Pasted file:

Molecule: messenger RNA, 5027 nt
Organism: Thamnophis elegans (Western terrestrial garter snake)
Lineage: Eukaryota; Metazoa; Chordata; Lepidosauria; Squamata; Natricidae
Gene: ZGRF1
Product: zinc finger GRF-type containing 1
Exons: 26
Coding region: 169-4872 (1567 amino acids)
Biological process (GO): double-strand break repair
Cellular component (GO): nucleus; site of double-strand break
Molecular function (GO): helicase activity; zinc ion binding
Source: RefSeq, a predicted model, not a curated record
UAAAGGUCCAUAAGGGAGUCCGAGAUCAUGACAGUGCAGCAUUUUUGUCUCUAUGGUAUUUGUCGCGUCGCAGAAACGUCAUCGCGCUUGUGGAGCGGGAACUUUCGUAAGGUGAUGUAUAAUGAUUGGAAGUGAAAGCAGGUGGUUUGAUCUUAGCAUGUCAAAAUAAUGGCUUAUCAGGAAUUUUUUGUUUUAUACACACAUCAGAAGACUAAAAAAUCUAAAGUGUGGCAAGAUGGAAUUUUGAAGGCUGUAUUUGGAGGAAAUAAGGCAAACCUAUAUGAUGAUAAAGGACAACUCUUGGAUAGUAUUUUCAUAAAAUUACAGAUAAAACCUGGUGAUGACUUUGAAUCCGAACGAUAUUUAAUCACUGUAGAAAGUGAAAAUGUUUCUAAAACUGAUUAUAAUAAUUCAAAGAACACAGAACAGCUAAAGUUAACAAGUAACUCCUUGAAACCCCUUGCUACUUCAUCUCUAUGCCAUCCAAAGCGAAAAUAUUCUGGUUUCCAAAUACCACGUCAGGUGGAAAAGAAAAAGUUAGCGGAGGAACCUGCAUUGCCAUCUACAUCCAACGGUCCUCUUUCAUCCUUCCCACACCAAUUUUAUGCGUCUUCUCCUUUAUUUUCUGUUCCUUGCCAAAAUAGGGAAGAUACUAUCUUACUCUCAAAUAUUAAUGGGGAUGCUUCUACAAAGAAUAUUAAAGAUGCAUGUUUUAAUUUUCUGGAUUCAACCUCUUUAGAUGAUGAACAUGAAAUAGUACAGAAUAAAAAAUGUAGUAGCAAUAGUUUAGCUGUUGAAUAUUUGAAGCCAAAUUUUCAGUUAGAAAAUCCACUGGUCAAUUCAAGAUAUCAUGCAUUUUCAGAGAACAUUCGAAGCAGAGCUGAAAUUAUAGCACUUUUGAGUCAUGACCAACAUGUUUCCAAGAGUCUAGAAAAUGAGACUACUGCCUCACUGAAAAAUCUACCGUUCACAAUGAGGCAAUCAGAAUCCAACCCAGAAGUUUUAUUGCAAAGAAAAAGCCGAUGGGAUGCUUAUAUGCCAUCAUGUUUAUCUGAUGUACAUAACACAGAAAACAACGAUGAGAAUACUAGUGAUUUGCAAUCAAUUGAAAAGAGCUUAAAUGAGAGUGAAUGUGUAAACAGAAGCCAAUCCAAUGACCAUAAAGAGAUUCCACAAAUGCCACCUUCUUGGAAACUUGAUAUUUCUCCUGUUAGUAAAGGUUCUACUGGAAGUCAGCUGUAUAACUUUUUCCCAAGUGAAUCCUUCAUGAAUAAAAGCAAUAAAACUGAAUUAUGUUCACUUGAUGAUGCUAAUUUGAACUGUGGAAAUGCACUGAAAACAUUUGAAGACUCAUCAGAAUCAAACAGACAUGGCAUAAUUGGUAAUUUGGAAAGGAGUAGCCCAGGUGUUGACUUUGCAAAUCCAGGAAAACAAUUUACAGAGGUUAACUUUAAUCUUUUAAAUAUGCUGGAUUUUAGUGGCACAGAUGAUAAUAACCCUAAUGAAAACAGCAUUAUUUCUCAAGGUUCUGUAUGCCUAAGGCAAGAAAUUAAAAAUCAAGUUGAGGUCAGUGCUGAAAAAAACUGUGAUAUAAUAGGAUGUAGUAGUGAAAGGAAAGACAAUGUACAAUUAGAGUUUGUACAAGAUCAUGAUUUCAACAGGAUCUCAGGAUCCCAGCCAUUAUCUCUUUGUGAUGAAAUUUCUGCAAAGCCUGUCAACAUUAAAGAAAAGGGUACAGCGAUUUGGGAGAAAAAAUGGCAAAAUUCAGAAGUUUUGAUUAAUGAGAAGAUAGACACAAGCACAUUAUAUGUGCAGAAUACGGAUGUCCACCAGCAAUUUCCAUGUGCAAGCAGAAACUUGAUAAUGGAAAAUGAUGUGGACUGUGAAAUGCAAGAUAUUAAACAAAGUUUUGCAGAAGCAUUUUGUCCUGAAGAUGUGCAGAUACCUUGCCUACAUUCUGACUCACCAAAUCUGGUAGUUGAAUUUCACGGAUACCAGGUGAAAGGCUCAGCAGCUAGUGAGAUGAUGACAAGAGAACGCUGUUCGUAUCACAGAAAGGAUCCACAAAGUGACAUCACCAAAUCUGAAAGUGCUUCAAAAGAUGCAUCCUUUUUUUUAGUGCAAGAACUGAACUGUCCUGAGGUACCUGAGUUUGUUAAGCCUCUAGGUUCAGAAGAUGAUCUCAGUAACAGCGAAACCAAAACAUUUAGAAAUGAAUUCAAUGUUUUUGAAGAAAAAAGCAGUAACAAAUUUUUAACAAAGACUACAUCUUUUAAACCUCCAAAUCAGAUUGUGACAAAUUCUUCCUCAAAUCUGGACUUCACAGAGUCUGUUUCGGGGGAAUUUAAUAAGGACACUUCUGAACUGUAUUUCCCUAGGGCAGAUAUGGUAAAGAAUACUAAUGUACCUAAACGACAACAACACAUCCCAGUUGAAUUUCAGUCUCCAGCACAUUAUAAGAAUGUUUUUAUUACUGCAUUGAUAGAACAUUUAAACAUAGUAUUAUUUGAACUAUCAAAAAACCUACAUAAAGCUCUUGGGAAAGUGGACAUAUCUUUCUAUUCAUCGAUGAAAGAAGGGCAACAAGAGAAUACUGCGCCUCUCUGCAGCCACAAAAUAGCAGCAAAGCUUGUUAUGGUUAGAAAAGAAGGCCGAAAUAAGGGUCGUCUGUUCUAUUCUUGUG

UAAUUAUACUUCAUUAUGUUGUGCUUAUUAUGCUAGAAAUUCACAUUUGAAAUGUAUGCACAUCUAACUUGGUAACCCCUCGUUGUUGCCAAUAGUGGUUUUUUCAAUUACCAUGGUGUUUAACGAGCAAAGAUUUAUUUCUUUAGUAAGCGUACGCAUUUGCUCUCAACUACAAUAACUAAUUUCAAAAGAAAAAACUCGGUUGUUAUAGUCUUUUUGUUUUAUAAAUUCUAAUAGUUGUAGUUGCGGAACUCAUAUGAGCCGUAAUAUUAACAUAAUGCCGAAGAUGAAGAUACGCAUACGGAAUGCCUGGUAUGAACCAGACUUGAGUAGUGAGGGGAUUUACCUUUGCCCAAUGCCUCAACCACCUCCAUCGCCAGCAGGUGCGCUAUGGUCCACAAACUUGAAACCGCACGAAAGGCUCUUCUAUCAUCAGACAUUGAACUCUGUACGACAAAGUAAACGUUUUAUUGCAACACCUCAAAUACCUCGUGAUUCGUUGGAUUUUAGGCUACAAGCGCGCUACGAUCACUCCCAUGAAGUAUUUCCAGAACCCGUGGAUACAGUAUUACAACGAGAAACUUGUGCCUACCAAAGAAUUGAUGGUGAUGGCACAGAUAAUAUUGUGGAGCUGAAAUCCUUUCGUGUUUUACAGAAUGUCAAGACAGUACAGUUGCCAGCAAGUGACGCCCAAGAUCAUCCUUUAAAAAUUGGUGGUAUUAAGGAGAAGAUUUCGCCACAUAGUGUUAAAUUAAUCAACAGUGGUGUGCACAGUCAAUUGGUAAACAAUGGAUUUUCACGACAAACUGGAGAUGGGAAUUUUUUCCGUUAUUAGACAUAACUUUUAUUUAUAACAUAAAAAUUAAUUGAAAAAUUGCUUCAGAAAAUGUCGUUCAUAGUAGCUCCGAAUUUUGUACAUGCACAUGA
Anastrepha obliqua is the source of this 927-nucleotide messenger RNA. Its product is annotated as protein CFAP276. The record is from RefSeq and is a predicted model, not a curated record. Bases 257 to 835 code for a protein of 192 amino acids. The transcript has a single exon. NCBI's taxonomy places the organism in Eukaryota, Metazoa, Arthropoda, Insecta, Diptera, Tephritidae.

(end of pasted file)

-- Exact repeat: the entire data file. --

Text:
Molecule: messenger RNA, 5027 nt
Organism: Thamnophis elegans (Western terrestrial garter snake)
Lineage: Eukaryota; Metazoa; Chordata; Lepidosauria; Squamata; Natricidae
Gene: ZGRF1
Product: zinc finger GRF-type containing 1
Exons: 26
Coding region: 169-4872 (1567 amino acids)
Biological process (GO): double-strand break repair
Cellular component (GO): nucleus; site of double-strand break
Molecular function (GO): helicase activity; zinc ion binding
Source: RefSeq, a predicted model, not a curated record
UAAAGGUCCAUAAGGGAGUCCGAGAUCAUGACAGUGCAGCAUUUUUGUCUCUAUGGUAUUUGUCGCGUCGCAGAAACGUCAUCGCGCUUGUGGAGCGGGAACUUUCGUAAGGUGAUGUAUAAUGAUUGGAAGUGAAAGCAGGUGGUUUGAUCUUAGCAUGUCAAAAUAAUGGCUUAUCAGGAAUUUUUUGUUUUAUACACACAUCAGAAGACUAAAAAAUCUAAAGUGUGGCAAGAUGGAAUUUUGAAGGCUGUAUUUGGAGGAAAUAAGGCAAACCUAUAUGAUGAUAAAGGACAACUCUUGGAUAGUAUUUUCAUAAAAUUACAGAUAAAACCUGGUGAUGACUUUGAAUCCGAACGAUAUUUAAUCACUGUAGAAAGUGAAAAUGUUUCUAAAACUGAUUAUAAUAAUUCAAAGAACACAGAACAGCUAAAGUUAACAAGUAACUCCUUGAAACCCCUUGCUACUUCAUCUCUAUGCCAUCCAAAGCGAAAAUAUUCUGGUUUCCAAAUACCACGUCAGGUGGAAAAGAAAAAGUUAGCGGAGGAACCUGCAUUGCCAUCUACAUCCAACGGUCCUCUUUCAUCCUUCCCACACCAAUUUUAUGCGUCUUCUCCUUUAUUUUCUGUUCCUUGCCAAAAUAGGGAAGAUACUAUCUUACUCUCAAAUAUUAAUGGGGAUGCUUCUACAAAGAAUAUUAAAGAUGCAUGUUUUAAUUUUCUGGAUUCAACCUCUUUAGAUGAUGAACAUGAAAUAGUACAGAAUAAAAAAUGUAGUAGCAAUAGUUUAGCUGUUGAAUAUUUGAAGCCAAAUUUUCAGUUAGAAAAUCCACUGGUCAAUUCAAGAUAUCAUGCAUUUUCAGAGAACAUUCGAAGCAGAGCUGAAAUUAUAGCACUUUUGAGUCAUGACCAACAUGUUUCCAAGAGUCUAGAAAAUGAGACUACUGCCUCACUGAAAAAUCUACCGUUCACAAUGAGGCAAUCAGAAUCCAACCCAGAAGUUUUAUUGCAAAGAAAAAGCCGAUGGGAUGCUUAUAUGCCAUCAUGUUUAUCUGAUGUACAUAACACAGAAAACAACGAUGAGAAUACUAGUGAUUUGCAAUCAAUUGAAAAGAGCUUAAAUGAGAGUGAAUGUGUAAACAGAAGCCAAUCCAAUGACCAUAAAGAGAUUCCACAAAUGCCACCUUCUUGGAAACUUGAUAUUUCUCCUGUUAGUAAAGGUUCUACUGGAAGUCAGCUGUAUAACUUUUUCCCAAGUGAAUCCUUCAUGAAUAAAAGCAAUAAAACUGAAUUAUGUUCACUUGAUGAUGCUAAUUUGAACUGUGGAAAUGCACUGAAAACAUUUGAAGACUCAUCAGAAUCAAACAGACAUGGCAUAAUUGGUAAUUUGGAAAGGAGUAGCCCAGGUGUUGACUUUGCAAAUCCAGGAAAACAAUUUACAGAGGUUAACUUUAAUCUUUUAAAUAUGCUGGAUUUUAGUGGCACAGAUGAUAAUAACCCUAAUGAAAACAGCAUUAUUUCUCAAGGUUCUGUAUGCCUAAGGCAAGAAAUUAAAAAUCAAGUUGAGGUCAGUGCUGAAAAAAACUGUGAUAUAAUAGGAUGUAGUAGUGAAAGGAAAGACAAUGUACAAUUAGAGUUUGUACAAGAUCAUGAUUUCAACAGGAUCUCAGGAUCCCAGCCAUUAUCUCUUUGUGAUGAAAUUUCUGCAAAGCCUGUCAACAUUAAAGAAAAGGGUACAGCGAUUUGGGAGAAAAAAUGGCAAAAUUCAGAAGUUUUGAUUAAUGAGAAGAUAGACACAAGCACAUUAUAUGUGCAGAAUACGGAUGUCCACCAGCAAUUUCCAUGUGCAAGCAGAAACUUGAUAAUGGAAAAUGAUGUGGACUGUGAAAUGCAAGAUAUUAAACAAAGUUUUGCAGAAGCAUUUUGUCCUGAAGAUGUGCAGAUACCUUGCCUACAUUCUGACUCACCAAAUCUGGUAGUUGAAUUUCACGGAUACCAGGUGAAAGGCUCAGCAGCUAGUGAGAUGAUGACAAGAGAACGCUGUUCGUAUCACAGAAAGGAUCCACAAAGUGACAUCACCAAAUCUGAAAGUGCUUCAAAAGAUGCAUCCUUUUUUUUAGUGCAAGAACUGAACUGUCCUGAGGUACCUGAGUUUGUUAAGCCUCUAGGUUCAGAAGAUGAUCUCAGUAACAGCGAAACCAAAACAUUUAGAAAUGAAUUCAAUGUUUUUGAAGAAAAAAGCAGUAACAAAUUUUUAACAAAGACUACAUCUUUUAAACCUCCAAAUCAGAUUGUGACAAAUUCUUCCUCAAAUCUGGACUUCACAGAGUCUGUUUCGGGGGAAUUUAAUAAGGACACUUCUGAACUGUAUUUCCCUAGGGCAGAUAUGGUAAAGAAUACUAAUGUACCUAAACGACAACAACACAUCCCAGUUGAAUUUCAGUCUCCAGCACAUUAUAAGAAUGUUUUUAUUACUGCAUUGAUAGAACAUUUAAACAUAGUAUUAUUUGAACUAUCAAAAAACCUACAUAAAGCUCUUGGGAAAGUGGACAUAUCUUUCUAUUCAUCGAUGAAAGAAGGGCAACAAGAGAAUACUGCGCCUCUCUGCAGCCACAAAAUAGCAGCAAAGCUUGUUAUGGUUAGAAAAGAAGGCCGAAAUAAGGGUCGUCUGUUCUAUUCUUGUG

UAAUUAUACUUCAUUAUGUUGUGCUUAUUAUGCUAGAAAUUCACAUUUGAAAUGUAUGCACAUCUAACUUGGUAACCCCUCGUUGUUGCCAAUAGUGGUUUUUUCAAUUACCAUGGUGUUUAACGAGCAAAGAUUUAUUUCUUUAGUAAGCGUACGCAUUUGCUCUCAACUACAAUAACUAAUUUCAAAAGAAAAAACUCGGUUGUUAUAGUCUUUUUGUUUUAUAAAUUCUAAUAGUUGUAGUUGCGGAACUCAUAUGAGCCGUAAUAUUAACAUAAUGCCGAAGAUGAAGAUACGCAUACGGAAUGCCUGGUAUGAACCAGACUUGAGUAGUGAGGGGAUUUACCUUUGCCCAAUGCCUCAACCACCUCCAUCGCCAGCAGGUGCGCUAUGGUCCACAAACUUGAAACCGCACGAAAGGCUCUUCUAUCAUCAGACAUUGAACUCUGUACGACAAAGUAAACGUUUUAUUGCAACACCUCAAAUACCUCGUGAUUCGUUGGAUUUUAGGCUACAAGCGCGCUACGAUCACUCCCAUGAAGUAUUUCCAGAACCCGUGGAUACAGUAUUACAACGAGAAACUUGUGCCUACCAAAGAAUUGAUGGUGAUGGCACAGAUAAUAUUGUGGAGCUGAAAUCCUUUCGUGUUUUACAGAAUGUCAAGACAGUACAGUUGCCAGCAAGUGACGCCCAAGAUCAUCCUUUAAAAAUUGGUGGUAUUAAGGAGAAGAUUUCGCCACAUAGUGUUAAAUUAAUCAACAGUGGUGUGCACAGUCAAUUGGUAAACAAUGGAUUUUCACGACAAACUGGAGAUGGGAAUUUUUUCCGUUAUUAGACAUAACUUUUAUUUAUAACAUAAAAAUUAAUUGAAAAAUUGCUUCAGAAAAUGUCGUUCAUAGUAGCUCCGAAUUUUGUACAUGCACAUGA
Anastrepha obliqua is the source of this 927-nucleotide messenger RNA. Its product is annotated as protein CFAP276. The record is from RefSeq and is a predicted model, not a curated record. Bases 257 to 835 code for a protein of 192 amino acids. The transcript has a single exon. NCBI's taxonomy places the organism in Eukaryota, Metazoa, Arthropoda, Insecta, Diptera, Tephritidae.